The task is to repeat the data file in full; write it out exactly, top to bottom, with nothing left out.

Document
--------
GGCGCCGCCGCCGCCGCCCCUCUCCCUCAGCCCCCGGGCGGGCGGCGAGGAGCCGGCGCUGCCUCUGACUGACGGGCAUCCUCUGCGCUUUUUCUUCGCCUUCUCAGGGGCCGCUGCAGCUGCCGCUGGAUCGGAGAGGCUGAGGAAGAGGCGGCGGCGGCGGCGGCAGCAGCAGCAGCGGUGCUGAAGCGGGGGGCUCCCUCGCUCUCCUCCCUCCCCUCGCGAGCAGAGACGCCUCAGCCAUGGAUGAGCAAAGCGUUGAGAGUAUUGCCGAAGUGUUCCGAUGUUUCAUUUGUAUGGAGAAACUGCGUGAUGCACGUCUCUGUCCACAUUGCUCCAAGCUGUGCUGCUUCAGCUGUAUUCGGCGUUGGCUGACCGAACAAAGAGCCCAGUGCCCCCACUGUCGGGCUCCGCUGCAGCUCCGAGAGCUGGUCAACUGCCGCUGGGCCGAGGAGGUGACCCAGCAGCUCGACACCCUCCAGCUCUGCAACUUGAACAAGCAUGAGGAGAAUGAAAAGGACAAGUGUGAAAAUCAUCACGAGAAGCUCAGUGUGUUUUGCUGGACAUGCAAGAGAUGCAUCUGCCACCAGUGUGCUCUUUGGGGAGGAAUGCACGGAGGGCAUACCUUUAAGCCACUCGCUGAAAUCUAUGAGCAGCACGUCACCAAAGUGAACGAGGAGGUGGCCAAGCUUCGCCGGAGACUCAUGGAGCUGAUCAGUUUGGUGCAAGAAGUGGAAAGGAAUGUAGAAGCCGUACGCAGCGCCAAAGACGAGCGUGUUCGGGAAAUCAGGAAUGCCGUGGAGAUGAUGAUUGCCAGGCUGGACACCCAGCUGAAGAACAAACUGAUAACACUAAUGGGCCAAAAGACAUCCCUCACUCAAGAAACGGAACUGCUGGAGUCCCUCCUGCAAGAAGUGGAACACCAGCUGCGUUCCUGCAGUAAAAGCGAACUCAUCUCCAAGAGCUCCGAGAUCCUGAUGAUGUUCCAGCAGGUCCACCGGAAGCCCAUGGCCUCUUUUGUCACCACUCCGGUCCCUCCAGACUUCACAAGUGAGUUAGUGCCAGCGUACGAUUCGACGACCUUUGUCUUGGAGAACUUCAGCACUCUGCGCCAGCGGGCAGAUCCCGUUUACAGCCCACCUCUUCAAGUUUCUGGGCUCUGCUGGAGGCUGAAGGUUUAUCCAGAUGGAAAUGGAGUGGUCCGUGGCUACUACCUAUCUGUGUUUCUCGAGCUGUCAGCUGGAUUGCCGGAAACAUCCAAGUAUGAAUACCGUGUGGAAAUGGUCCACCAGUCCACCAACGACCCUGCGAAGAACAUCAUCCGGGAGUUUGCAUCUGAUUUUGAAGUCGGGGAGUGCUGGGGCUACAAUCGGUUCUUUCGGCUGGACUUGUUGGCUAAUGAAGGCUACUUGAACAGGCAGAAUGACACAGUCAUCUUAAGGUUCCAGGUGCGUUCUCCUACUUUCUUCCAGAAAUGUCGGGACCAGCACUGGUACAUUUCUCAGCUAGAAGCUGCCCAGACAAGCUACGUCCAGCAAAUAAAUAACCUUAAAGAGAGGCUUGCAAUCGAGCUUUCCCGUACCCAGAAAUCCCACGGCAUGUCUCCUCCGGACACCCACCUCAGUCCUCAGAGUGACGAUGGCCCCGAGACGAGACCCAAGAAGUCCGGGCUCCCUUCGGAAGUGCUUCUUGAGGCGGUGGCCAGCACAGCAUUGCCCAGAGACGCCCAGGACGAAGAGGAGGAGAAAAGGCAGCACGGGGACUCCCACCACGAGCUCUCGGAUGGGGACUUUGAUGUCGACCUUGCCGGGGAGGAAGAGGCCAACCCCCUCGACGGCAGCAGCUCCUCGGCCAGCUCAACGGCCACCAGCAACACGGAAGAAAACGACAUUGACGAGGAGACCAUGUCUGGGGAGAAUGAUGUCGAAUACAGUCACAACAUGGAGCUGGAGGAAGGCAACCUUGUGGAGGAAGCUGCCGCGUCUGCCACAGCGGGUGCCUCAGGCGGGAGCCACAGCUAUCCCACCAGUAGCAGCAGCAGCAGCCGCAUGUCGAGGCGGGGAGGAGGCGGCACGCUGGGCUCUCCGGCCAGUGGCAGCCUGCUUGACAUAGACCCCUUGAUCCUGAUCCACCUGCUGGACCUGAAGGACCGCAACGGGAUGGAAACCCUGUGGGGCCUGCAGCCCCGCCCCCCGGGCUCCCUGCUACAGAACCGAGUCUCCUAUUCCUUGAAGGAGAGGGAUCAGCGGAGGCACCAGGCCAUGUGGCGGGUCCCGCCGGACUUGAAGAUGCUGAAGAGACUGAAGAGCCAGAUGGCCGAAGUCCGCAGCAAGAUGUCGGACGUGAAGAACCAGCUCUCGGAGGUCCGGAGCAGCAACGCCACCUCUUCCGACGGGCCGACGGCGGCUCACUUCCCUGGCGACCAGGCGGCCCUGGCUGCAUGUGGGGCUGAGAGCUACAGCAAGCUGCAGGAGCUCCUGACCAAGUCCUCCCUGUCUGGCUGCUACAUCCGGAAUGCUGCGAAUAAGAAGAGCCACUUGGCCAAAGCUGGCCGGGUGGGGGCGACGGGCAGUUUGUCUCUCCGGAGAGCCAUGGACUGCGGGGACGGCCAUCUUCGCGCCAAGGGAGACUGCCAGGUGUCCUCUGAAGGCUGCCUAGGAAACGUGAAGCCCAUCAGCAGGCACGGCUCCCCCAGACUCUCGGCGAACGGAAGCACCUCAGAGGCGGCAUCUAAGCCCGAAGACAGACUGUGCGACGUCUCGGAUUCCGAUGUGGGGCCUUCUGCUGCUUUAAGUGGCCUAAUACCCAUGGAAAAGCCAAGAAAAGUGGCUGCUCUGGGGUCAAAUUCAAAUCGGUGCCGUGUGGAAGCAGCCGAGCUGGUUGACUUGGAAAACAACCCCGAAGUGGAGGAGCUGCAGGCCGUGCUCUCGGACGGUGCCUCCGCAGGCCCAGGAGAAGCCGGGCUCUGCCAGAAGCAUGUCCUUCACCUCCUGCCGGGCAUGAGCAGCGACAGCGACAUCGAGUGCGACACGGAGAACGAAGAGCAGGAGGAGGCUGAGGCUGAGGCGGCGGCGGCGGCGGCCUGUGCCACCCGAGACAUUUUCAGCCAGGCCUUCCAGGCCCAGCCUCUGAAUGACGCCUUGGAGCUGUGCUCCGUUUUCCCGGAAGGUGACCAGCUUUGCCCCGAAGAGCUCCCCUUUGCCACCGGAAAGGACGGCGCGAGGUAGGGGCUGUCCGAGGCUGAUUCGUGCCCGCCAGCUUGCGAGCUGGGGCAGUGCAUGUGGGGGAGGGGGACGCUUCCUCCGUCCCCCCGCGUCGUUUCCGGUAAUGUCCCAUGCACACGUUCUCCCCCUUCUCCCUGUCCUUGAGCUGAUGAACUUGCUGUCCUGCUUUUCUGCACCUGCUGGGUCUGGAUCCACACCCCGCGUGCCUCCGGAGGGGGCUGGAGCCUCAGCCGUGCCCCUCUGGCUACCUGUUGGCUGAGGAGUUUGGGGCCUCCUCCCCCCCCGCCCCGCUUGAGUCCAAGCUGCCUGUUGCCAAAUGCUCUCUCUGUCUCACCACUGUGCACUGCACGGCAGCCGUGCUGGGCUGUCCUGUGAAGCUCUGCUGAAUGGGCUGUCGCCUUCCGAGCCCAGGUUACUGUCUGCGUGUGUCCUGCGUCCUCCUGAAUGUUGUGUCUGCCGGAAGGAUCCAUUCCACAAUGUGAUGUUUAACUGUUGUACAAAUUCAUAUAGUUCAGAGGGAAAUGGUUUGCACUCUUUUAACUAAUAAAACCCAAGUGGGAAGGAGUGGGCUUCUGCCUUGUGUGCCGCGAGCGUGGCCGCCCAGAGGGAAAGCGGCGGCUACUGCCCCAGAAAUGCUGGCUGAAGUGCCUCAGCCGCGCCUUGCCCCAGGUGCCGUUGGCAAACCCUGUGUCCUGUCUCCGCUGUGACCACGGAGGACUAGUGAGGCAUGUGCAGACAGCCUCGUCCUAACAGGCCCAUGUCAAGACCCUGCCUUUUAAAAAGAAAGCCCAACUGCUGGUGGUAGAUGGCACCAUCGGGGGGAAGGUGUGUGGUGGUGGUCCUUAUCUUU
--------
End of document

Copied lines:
GGCGCCGCCGCCGCCGCCCCUCUCCCUCAGCCCCCGGGCGGGCGGCGAGGAGCCGGCGCUGCCUCUGACUGACGGGCAUCCUCUGCGCUUUUUCUUCGCCUUCUCAGGGGCCGCUGCAGCUGCCGCUGGAUCGGAGAGGCUGAGGAAGAGGCGGCGGCGGCGGCGGCAGCAGCAGCAGCGGUGCUGAAGCGGGGGGCUCCCUCGCUCUCCUCCCUCCCCUCGCGAGCAGAGACGCCUCAGCCAUGGAUGAGCAAAGCGUUGAGAGUAUUGCCGAAGUGUUCCGAUGUUUCAUUUGUAUGGAGAAACUGCGUGAUGCACGUCUCUGUCCACAUUGCUCCAAGCUGUGCUGCUUCAGCUGUAUUCGGCGUUGGCUGACCGAACAAAGAGCCCAGUGCCCCCACUGUCGGGCUCCGCUGCAGCUCCGAGAGCUGGUCAACUGCCGCUGGGCCGAGGAGGUGACCCAGCAGCUCGACACCCUCCAGCUCUGCAACUUGAACAAGCAUGAGGAGAAUGAAAAGGACAAGUGUGAAAAUCAUCACGAGAAGCUCAGUGUGUUUUGCUGGACAUGCAAGAGAUGCAUCUGCCACCAGUGUGCUCUUUGGGGAGGAAUGCACGGAGGGCAUACCUUUAAGCCACUCGCUGAAAUCUAUGAGCAGCACGUCACCAAAGUGAACGAGGAGGUGGCCAAGCUUCGCCGGAGACUCAUGGAGCUGAUCAGUUUGGUGCAAGAAGUGGAAAGGAAUGUAGAAGCCGUACGCAGCGCCAAAGACGAGCGUGUUCGGGAAAUCAGGAAUGCCGUGGAGAUGAUGAUUGCCAGGCUGGACACCCAGCUGAAGAACAAACUGAUAACACUAAUGGGCCAAAAGACAUCCCUCACUCAAGAAACGGAACUGCUGGAGUCCCUCCUGCAAGAAGUGGAACACCAGCUGCGUUCCUGCAGUAAAAGCGAACUCAUCUCCAAGAGCUCCGAGAUCCUGAUGAUGUUCCAGCAGGUCCACCGGAAGCCCAUGGCCUCUUUUGUCACCACUCCGGUCCCUCCAGACUUCACAAGUGAGUUAGUGCCAGCGUACGAUUCGACGACCUUUGUCUUGGAGAACUUCAGCACUCUGCGCCAGCGGGCAGAUCCCGUUUACAGCCCACCUCUUCAAGUUUCUGGGCUCUGCUGGAGGCUGAAGGUUUAUCCAGAUGGAAAUGGAGUGGUCCGUGGCUACUACCUAUCUGUGUUUCUCGAGCUGUCAGCUGGAUUGCCGGAAACAUCCAAGUAUGAAUACCGUGUGGAAAUGGUCCACCAGUCCACCAACGACCCUGCGAAGAACAUCAUCCGGGAGUUUGCAUCUGAUUUUGAAGUCGGGGAGUGCUGGGGCUACAAUCGGUUCUUUCGGCUGGACUUGUUGGCUAAUGAAGGCUACUUGAACAGGCAGAAUGACACAGUCAUCUUAAGGUUCCAGGUGCGUUCUCCUACUUUCUUCCAGAAAUGUCGGGACCAGCACUGGUACAUUUCUCAGCUAGAAGCUGCCCAGACAAGCUACGUCCAGCAAAUAAAUAACCUUAAAGAGAGGCUUGCAAUCGAGCUUUCCCGUACCCAGAAAUCCCACGGCAUGUCUCCUCCGGACACCCACCUCAGUCCUCAGAGUGACGAUGGCCCCGAGACGAGACCCAAGAAGUCCGGGCUCCCUUCGGAAGUGCUUCUUGAGGCGGUGGCCAGCACAGCAUUGCCCAGAGACGCCCAGGACGAAGAGGAGGAGAAAAGGCAGCACGGGGACUCCCACCACGAGCUCUCGGAUGGGGACUUUGAUGUCGACCUUGCCGGGGAGGAAGAGGCCAACCCCCUCGACGGCAGCAGCUCCUCGGCCAGCUCAACGGCCACCAGCAACACGGAAGAAAACGACAUUGACGAGGAGACCAUGUCUGGGGAGAAUGAUGUCGAAUACAGUCACAACAUGGAGCUGGAGGAAGGCAACCUUGUGGAGGAAGCUGCCGCGUCUGCCACAGCGGGUGCCUCAGGCGGGAGCCACAGCUAUCCCACCAGUAGCAGCAGCAGCAGCCGCAUGUCGAGGCGGGGAGGAGGCGGCACGCUGGGCUCUCCGGCCAGUGGCAGCCUGCUUGACAUAGACCCCUUGAUCCUGAUCCACCUGCUGGACCUGAAGGACCGCAACGGGAUGGAAACCCUGUGGGGCCUGCAGCCCCGCCCCCCGGGCUCCCUGCUACAGAACCGAGUCUCCUAUUCCUUGAAGGAGAGGGAUCAGCGGAGGCACCAGGCCAUGUGGCGGGUCCCGCCGGACUUGAAGAUGCUGAAGAGACUGAAGAGCCAGAUGGCCGAAGUCCGCAGCAAGAUGUCGGACGUGAAGAACCAGCUCUCGGAGGUCCGGAGCAGCAACGCCACCUCUUCCGACGGGCCGACGGCGGCUCACUUCCCUGGCGACCAGGCGGCCCUGGCUGCAUGUGGGGCUGAGAGCUACAGCAAGCUGCAGGAGCUCCUGACCAAGUCCUCCCUGUCUGGCUGCUACAUCCGGAAUGCUGCGAAUAAGAAGAGCCACUUGGCCAAAGCUGGCCGGGUGGGGGCGACGGGCAGUUUGUCUCUCCGGAGAGCCAUGGACUGCGGGGACGGCCAUCUUCGCGCCAAGGGAGACUGCCAGGUGUCCUCUGAAGGCUGCCUAGGAAACGUGAAGCCCAUCAGCAGGCACGGCUCCCCCAGACUCUCGGCGAACGGAAGCACCUCAGAGGCGGCAUCUAAGCCCGAAGACAGACUGUGCGACGUCUCGGAUUCCGAUGUGGGGCCUUCUGCUGCUUUAAGUGGCCUAAUACCCAUGGAAAAGCCAAGAAAAGUGGCUGCUCUGGGGUCAAAUUCAAAUCGGUGCCGUGUGGAAGCAGCCGAGCUGGUUGACUUGGAAAACAACCCCGAAGUGGAGGAGCUGCAGGCCGUGCUCUCGGACGGUGCCUCCGCAGGCCCAGGAGAAGCCGGGCUCUGCCAGAAGCAUGUCCUUCACCUCCUGCCGGGCAUGAGCAGCGACAGCGACAUCGAGUGCGACACGGAGAACGAAGAGCAGGAGGAGGCUGAGGCUGAGGCGGCGGCGGCGGCGGCCUGUGCCACCCGAGACAUUUUCAGCCAGGCCUUCCAGGCCCAGCCUCUGAAUGACGCCUUGGAGCUGUGCUCCGUUUUCCCGGAAGGUGACCAGCUUUGCCCCGAAGAGCUCCCCUUUGCCACCGGAAAGGACGGCGCGAGGUAGGGGCUGUCCGAGGCUGAUUCGUGCCCGCCAGCUUGCGAGCUGGGGCAGUGCAUGUGGGGGAGGGGGACGCUUCCUCCGUCCCCCCGCGUCGUUUCCGGUAAUGUCCCAUGCACACGUUCUCCCCCUUCUCCCUGUCCUUGAGCUGAUGAACUUGCUGUCCUGCUUUUCUGCACCUGCUGGGUCUGGAUCCACACCCCGCGUGCCUCCGGAGGGGGCUGGAGCCUCAGCCGUGCCCCUCUGGCUACCUGUUGGCUGAGGAGUUUGGGGCCUCCUCCCCCCCCGCCCCGCUUGAGUCCAAGCUGCCUGUUGCCAAAUGCUCUCUCUGUCUCACCACUGUGCACUGCACGGCAGCCGUGCUGGGCUGUCCUGUGAAGCUCUGCUGAAUGGGCUGUCGCCUUCCGAGCCCAGGUUACUGUCUGCGUGUGUCCUGCGUCCUCCUGAAUGUUGUGUCUGCCGGAAGGAUCCAUUCCACAAUGUGAUGUUUAACUGUUGUACAAAUUCAUAUAGUUCAGAGGGAAAUGGUUUGCACUCUUUUAACUAAUAAAACCCAAGUGGGAAGGAGUGGGCUUCUGCCUUGUGUGCCGCGAGCGUGGCCGCCCAGAGGGAAAGCGGCGGCUACUGCCCCAGAAAUGCUGGCUGAAGUGCCUCAGCCGCGCCUUGCCCCAGGUGCCGUUGGCAAACCCUGUGUCCUGUCUCCGCUGUGACCACGGAGGACUAGUGAGGCAUGUGCAGACAGCCUCGUCCUAACAGGCCCAUGUCAAGACCCUGCCUUUUAAAAAGAAAGCCCAACUGCUGGUGGUAGAUGGCACCAUCGGGGGGAAGGUGUGUGGUGGUGGUCCUUAUCUUU